And as for actual WordPress pingbacks .... you should probably switch 'em off
Patch adds warning label nobody reads
More than 26,000 WordPress sites have been enslaved and used in a recent distributed denial-of-service attack campaign using a vulnerability first described in March 2014.
The layer seven attacks exploit the pingback feature activated by default on WordPress sites, which informs other sites when they have been linked to. Those pingbacks can be abused to flood sites.
WordPress pushed a fix April 2014 in version 3.9 and later which added IP addresses logs that show the origin of pingbacks, but attackers don't seem to mind.
Sucuri malware analyst Daniel Cid says the attacks represent about 13 per cent of distributed denial of service attacks hitting its customers.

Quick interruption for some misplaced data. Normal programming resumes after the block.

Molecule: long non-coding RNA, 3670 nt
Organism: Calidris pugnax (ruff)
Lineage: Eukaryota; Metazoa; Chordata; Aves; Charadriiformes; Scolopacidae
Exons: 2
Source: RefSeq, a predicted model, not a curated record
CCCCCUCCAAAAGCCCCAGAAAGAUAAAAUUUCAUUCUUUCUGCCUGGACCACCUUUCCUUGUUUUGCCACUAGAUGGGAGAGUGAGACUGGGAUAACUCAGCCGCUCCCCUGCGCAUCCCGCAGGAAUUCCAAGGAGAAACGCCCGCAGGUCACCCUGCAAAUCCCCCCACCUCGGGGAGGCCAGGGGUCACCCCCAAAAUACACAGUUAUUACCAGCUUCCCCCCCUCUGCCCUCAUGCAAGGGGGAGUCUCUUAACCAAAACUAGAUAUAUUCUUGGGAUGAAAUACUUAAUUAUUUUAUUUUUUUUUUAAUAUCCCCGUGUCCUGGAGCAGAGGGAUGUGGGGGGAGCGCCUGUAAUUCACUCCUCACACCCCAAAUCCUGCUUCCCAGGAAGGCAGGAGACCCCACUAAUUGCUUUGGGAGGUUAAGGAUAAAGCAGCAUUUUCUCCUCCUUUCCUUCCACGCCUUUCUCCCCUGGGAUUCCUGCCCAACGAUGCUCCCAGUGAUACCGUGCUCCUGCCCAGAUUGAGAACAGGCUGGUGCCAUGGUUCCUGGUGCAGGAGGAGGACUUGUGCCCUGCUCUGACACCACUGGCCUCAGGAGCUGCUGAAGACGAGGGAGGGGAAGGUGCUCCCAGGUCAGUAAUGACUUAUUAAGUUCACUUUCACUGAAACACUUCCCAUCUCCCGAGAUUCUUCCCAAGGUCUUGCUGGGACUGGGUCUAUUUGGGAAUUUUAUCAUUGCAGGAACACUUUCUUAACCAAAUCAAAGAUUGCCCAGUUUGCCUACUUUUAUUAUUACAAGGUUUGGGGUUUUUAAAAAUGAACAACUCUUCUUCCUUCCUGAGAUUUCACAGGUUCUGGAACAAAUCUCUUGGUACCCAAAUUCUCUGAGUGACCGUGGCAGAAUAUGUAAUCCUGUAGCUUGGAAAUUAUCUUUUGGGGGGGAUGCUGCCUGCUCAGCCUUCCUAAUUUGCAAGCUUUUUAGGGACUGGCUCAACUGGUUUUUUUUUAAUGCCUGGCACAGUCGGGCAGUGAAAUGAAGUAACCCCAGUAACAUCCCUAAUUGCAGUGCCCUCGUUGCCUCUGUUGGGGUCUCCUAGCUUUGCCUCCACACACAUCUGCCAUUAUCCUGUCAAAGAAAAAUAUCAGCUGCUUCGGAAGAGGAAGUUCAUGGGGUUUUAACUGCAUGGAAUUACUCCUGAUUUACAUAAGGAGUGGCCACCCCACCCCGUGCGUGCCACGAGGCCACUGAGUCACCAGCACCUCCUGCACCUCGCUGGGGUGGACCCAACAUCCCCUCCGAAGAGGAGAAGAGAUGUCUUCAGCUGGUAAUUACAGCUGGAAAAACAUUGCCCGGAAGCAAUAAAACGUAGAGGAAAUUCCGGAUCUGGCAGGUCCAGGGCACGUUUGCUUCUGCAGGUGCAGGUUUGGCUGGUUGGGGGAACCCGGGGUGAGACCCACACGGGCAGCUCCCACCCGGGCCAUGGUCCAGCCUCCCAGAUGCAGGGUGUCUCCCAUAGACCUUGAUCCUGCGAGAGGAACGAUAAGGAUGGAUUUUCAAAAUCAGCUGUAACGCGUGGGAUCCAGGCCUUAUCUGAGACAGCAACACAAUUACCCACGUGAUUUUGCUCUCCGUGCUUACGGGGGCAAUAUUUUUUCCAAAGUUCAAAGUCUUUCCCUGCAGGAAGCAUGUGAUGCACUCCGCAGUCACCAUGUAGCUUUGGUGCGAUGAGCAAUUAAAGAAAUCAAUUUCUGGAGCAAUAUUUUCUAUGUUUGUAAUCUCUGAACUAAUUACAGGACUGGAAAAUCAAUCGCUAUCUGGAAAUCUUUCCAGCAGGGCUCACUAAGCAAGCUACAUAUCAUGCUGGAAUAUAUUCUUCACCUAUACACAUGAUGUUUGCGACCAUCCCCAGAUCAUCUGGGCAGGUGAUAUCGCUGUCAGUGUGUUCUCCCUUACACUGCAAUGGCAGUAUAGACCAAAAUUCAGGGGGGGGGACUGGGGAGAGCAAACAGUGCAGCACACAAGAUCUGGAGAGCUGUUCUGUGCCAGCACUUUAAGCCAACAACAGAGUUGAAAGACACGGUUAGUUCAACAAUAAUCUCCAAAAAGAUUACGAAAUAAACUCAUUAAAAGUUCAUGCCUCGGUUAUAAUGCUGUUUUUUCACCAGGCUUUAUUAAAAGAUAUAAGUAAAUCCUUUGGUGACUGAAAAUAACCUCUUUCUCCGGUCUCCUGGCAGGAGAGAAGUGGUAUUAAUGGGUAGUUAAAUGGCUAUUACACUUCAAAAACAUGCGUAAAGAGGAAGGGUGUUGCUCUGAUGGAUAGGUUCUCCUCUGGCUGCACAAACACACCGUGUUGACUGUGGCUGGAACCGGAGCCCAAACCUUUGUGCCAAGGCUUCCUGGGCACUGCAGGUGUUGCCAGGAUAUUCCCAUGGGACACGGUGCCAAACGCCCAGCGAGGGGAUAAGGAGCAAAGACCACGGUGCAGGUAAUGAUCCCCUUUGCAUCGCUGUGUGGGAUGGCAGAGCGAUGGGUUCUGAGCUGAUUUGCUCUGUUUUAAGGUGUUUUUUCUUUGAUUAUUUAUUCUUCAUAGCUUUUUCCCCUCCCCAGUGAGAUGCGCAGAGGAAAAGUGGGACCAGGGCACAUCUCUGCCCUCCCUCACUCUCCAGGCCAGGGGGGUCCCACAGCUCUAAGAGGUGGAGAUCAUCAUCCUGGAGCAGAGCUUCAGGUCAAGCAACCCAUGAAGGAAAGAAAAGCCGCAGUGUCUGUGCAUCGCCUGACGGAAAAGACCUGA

"Despite the potential reduction in value with the IP logging, attackers are still using this technique often enough," Sid says.
"Since the attack is coming from thousands of different IPs, network-based firewalls will do little to stop the attacks as they only do rate limiting per IP address."
Cid says in one case alone, 26,000 WordPress sites were abused to generate a sustained pingback stream of up to 20,000 HTTPS requests per second against one website.
Stats showing attacks originating from various providers.
The attack, which uses more resource-intensive HTTPS, is one that few servers could handle – even with load balancers and proxies in place.
While the IP-address logging patch helps, it is far from a mitigation since few WordPress admins check their user agent logs. Cid recommends the pingback feature be turned off to reduce the resources available to attackers.
In 2014, WordPress pingback attacks included more than 162,000 machines. ®